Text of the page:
This period from 1919 to 1939 also marked the advent of record-setting long-distance flights. In 1919 the U.S. Navy Curtiss flying boat NC-4 made the first Atlantic crossing; John Alcock and Arthur Whitten-Brown, the first nonstop Atlantic crossing; and the British airship R.34, the first round-trip Atlantic crossing. That same year Ross Smith made the first flight from London to Australia. More astonishing efforts followed in the 1920s and 1930s, including Charles A. Lindbergh’s solo flight from New York to Paris in 1927. The American aviatrix Amelia Earhart, meanwhile, became the first woman to fly solo across the Atlantic in 1932 and the first ever to fly west to east from Honolulu to California in 1935. British aviatrix Amy Johnson flew from England to Australia in 1930; her husband Jim Mollison became the first to fly east to west across the Atlantic Ocean, soaring from Ireland to eastern Canada in 1932. Few pilots chose to cross the Atlantic east to west because it meant flying against the prevailing winds. In West with the Night, Markham describes how she decided to accept this challenge, with the backing of wealthy acquaintance John Carberry.“A number of pilots have flown the North Atlantic, west to east” he informs her.“Only Jim Mollison has done it alone the other way—from Ireland. Nobody has done it alone from England—man or woman. I’d be interested in that but nothing else… . I’ll furnish the plane and you fly the Atlantic—but, gee, I wouldn’t tackle it for a million. Think of all that black water! Think how cold it is!” (West with the Night, p. 279).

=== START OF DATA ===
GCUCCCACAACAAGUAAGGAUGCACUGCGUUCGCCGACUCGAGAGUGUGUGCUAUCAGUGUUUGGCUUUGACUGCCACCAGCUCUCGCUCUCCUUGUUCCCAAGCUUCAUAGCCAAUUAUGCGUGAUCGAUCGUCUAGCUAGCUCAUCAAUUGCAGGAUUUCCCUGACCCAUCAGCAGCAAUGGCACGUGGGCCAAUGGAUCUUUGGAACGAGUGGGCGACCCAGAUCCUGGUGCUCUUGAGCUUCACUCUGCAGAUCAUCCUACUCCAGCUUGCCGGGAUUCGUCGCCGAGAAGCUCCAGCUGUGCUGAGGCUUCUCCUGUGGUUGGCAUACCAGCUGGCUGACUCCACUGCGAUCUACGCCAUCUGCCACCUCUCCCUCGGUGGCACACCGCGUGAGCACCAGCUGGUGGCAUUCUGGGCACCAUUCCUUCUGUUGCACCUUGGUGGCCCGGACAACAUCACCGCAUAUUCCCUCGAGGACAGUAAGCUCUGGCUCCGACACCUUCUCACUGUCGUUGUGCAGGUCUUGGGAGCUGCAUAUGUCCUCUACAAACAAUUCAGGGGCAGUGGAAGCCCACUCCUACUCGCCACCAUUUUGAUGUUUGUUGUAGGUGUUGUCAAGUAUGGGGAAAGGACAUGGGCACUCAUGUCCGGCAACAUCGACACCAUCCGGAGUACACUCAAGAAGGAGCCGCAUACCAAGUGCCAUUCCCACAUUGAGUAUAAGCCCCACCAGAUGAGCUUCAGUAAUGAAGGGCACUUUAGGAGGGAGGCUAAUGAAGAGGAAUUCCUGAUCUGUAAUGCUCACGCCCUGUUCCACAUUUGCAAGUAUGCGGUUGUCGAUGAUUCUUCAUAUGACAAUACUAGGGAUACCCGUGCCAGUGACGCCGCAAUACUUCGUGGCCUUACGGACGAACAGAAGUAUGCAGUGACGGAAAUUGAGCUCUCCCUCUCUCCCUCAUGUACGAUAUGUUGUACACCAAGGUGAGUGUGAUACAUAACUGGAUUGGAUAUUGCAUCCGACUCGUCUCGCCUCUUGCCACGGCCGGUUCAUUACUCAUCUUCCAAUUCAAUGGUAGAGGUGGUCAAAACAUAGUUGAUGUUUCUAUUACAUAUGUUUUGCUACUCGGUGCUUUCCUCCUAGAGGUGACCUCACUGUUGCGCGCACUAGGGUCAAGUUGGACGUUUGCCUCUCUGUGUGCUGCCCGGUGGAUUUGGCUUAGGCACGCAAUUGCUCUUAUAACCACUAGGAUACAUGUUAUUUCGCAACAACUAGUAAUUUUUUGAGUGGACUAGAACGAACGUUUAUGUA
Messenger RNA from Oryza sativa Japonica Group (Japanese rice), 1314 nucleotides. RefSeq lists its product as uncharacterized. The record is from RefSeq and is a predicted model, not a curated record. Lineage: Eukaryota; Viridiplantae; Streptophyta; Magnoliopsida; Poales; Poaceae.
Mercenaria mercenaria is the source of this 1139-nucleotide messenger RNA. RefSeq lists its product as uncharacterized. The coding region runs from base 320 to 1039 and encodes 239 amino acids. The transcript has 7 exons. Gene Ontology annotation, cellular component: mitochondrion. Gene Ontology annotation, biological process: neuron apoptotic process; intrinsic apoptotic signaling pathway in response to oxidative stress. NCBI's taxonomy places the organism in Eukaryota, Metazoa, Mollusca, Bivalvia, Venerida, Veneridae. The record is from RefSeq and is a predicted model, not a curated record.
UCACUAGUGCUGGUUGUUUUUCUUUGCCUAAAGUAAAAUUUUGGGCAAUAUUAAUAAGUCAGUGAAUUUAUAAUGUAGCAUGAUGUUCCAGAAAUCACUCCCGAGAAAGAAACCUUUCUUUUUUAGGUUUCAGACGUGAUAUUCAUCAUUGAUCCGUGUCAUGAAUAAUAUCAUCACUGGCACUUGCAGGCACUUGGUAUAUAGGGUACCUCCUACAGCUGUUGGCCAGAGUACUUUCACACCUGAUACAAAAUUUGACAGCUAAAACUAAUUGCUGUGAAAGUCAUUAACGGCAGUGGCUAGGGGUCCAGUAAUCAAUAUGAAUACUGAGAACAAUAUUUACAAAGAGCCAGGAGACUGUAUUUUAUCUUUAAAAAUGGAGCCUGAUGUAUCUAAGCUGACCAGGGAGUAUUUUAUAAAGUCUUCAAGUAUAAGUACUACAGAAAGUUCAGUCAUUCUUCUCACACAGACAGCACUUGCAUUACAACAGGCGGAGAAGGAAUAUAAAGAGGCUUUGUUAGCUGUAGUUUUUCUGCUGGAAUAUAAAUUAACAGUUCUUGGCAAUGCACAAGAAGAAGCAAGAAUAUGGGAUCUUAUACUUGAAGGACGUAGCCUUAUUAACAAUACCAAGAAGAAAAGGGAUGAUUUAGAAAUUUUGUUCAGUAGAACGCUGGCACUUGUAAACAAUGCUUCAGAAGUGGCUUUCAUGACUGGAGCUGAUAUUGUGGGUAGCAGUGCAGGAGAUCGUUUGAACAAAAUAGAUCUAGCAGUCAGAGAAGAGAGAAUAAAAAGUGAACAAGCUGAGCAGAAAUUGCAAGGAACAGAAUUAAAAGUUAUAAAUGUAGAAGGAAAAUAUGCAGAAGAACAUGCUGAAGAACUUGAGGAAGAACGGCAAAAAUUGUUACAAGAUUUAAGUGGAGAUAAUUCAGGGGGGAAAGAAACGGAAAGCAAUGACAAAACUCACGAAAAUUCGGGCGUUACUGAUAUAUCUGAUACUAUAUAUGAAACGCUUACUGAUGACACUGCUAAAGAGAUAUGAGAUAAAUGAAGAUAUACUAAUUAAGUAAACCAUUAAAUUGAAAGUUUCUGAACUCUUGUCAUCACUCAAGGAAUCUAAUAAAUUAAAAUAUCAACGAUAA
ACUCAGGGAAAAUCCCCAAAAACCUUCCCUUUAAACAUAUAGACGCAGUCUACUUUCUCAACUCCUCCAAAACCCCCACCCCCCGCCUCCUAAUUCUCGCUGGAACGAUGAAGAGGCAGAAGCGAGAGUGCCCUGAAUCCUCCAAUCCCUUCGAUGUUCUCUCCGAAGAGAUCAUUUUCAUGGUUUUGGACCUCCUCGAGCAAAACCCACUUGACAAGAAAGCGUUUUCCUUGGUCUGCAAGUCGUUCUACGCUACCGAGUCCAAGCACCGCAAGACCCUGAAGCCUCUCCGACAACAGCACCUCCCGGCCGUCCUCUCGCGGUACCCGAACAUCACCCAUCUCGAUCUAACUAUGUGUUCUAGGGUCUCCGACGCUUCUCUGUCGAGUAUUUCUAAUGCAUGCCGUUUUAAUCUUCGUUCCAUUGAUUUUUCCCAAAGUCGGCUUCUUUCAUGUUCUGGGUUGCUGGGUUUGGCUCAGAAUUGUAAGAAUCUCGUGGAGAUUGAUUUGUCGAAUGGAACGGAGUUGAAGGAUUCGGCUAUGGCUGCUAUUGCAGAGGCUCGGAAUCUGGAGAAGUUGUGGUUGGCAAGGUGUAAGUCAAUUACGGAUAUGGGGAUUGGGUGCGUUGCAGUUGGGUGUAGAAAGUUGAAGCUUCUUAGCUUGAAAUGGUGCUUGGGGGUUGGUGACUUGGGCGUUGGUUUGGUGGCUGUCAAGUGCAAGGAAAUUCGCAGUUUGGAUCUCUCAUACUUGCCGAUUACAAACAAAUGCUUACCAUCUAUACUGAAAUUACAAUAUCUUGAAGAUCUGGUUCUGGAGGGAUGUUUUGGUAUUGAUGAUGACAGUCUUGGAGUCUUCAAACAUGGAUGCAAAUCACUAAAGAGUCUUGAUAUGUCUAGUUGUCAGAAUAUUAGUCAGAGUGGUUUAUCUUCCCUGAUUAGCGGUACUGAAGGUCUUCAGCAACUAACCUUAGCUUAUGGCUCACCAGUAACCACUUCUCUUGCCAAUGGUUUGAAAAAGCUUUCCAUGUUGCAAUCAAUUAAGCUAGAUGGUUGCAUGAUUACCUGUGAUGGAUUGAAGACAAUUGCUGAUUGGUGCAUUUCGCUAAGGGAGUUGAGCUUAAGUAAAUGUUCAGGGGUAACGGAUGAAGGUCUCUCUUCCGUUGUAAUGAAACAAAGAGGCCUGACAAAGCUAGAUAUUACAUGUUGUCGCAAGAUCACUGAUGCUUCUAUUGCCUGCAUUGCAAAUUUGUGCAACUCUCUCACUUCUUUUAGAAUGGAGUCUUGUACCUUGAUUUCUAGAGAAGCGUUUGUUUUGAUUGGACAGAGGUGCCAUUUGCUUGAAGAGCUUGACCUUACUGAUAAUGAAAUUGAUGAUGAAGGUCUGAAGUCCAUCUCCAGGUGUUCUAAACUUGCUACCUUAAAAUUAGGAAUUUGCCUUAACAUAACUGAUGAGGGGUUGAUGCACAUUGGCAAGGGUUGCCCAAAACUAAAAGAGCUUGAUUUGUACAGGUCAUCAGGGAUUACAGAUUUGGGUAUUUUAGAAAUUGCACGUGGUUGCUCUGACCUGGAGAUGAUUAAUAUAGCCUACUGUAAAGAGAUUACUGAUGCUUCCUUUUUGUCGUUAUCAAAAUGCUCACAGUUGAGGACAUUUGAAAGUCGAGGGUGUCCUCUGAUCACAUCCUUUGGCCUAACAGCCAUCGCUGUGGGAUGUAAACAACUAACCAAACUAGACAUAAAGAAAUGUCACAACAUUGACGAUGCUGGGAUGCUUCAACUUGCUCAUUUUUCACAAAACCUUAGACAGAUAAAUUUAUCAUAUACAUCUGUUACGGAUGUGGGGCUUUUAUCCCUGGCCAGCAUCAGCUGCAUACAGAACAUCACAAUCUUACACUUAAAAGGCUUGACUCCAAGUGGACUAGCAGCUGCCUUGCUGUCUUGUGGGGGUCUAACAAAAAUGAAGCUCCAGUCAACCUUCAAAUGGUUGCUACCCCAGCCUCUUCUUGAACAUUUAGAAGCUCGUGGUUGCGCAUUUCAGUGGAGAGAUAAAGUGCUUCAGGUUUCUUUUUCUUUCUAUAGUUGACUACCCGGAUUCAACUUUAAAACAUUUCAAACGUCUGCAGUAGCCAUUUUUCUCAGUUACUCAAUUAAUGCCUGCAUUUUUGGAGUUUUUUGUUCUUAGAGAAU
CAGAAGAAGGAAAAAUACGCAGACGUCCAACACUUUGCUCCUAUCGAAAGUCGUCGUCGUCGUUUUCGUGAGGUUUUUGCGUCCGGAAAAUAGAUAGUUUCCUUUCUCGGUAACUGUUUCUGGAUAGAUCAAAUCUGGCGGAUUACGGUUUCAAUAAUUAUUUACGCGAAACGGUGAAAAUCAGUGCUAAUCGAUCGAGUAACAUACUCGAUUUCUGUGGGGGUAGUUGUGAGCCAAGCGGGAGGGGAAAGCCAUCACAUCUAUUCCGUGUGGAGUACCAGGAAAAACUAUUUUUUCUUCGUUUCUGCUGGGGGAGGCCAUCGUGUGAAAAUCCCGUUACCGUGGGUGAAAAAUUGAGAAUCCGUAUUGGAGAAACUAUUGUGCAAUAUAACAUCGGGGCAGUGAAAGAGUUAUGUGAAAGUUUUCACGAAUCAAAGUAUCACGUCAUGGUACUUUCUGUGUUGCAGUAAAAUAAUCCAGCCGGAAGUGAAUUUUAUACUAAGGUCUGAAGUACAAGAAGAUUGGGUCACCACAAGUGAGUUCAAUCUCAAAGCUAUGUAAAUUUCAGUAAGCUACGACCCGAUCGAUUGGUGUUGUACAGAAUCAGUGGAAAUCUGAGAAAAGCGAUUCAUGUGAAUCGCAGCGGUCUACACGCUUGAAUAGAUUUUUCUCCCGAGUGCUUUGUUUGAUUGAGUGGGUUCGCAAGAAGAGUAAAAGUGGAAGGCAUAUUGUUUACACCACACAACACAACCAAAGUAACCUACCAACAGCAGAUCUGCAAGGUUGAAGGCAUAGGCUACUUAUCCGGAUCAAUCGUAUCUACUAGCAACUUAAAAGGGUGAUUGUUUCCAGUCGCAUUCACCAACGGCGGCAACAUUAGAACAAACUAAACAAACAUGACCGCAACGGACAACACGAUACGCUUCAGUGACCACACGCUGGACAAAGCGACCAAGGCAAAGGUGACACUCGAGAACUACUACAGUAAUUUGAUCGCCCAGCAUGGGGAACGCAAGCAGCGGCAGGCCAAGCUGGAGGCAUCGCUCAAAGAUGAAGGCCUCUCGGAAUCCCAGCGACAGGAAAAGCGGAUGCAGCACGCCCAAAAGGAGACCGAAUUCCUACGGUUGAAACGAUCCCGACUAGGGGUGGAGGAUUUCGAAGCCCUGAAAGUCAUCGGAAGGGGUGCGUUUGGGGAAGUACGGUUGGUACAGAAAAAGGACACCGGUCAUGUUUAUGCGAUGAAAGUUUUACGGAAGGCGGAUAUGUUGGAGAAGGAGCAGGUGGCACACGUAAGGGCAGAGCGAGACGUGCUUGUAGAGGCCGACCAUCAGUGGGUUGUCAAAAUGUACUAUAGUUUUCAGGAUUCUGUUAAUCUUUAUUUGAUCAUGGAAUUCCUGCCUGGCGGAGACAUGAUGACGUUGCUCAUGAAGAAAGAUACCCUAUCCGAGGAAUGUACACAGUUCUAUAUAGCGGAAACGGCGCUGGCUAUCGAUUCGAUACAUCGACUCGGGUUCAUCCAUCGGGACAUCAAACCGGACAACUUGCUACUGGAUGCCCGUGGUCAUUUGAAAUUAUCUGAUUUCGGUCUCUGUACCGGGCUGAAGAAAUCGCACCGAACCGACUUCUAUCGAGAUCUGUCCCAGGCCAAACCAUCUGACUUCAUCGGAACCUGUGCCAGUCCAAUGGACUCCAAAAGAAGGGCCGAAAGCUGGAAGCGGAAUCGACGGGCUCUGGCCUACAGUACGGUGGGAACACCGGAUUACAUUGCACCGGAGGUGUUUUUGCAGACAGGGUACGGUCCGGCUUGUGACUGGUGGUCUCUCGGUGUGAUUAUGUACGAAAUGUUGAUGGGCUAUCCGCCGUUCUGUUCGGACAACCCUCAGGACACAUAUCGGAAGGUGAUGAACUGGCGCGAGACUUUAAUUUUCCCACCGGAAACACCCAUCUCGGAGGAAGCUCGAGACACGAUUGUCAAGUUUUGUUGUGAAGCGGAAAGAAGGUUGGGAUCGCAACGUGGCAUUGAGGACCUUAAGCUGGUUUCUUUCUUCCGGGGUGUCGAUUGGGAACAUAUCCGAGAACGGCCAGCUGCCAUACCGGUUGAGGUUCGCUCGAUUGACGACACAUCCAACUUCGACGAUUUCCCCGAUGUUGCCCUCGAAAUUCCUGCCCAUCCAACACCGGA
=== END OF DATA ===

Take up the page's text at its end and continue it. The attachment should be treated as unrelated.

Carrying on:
The Memoir in Focus

The contents